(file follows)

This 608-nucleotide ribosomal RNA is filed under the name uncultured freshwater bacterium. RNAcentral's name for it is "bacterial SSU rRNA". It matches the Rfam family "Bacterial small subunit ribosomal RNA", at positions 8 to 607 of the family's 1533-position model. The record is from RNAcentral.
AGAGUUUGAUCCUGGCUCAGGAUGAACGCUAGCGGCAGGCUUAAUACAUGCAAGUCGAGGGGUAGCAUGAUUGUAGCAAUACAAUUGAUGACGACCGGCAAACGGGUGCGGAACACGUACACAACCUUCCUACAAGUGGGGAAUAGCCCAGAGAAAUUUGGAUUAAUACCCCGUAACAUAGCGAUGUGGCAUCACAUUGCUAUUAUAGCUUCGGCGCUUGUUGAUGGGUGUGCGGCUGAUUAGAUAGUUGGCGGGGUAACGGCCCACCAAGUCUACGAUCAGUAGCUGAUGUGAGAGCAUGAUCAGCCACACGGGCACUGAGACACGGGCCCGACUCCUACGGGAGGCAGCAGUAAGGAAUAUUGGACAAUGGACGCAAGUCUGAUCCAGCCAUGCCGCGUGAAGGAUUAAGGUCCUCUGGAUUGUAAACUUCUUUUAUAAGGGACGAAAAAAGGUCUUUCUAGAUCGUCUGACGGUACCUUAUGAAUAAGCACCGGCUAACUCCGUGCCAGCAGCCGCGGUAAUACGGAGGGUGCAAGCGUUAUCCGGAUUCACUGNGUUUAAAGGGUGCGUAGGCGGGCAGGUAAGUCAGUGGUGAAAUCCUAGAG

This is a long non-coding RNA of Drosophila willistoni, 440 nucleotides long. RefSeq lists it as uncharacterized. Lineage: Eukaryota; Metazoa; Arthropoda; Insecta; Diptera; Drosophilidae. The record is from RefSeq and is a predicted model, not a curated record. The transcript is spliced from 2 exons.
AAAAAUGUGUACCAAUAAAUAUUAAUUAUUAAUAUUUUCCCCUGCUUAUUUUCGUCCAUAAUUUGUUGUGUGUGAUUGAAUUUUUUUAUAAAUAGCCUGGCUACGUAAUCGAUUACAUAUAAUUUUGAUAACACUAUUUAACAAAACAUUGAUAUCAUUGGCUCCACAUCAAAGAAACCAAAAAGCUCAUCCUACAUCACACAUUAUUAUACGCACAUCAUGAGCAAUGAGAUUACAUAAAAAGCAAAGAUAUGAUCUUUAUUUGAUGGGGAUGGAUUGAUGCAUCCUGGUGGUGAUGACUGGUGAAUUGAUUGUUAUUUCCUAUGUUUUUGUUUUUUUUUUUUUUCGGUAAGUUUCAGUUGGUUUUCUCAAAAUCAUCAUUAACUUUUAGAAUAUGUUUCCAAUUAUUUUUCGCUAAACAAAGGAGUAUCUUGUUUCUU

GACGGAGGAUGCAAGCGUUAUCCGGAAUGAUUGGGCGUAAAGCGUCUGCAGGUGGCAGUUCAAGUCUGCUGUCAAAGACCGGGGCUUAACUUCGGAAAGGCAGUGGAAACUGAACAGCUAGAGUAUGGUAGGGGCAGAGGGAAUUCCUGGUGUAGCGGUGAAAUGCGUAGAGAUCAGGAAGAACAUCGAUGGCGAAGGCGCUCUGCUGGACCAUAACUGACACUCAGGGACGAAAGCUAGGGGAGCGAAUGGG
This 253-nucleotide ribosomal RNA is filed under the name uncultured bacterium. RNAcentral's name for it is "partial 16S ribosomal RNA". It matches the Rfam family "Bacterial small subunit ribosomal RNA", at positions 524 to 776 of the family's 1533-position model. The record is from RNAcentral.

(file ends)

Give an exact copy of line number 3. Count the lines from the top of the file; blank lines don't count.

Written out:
This is a long non-coding RNA of Drosophila willistoni, 440 nucleotides long. RefSeq lists it as uncharacterized. Lineage: Eukaryota; Metazoa; Arthropoda; Insecta; Diptera; Drosophilidae. The record is from RefSeq and is a predicted model, not a curated record. The transcript is spliced from 2 exons.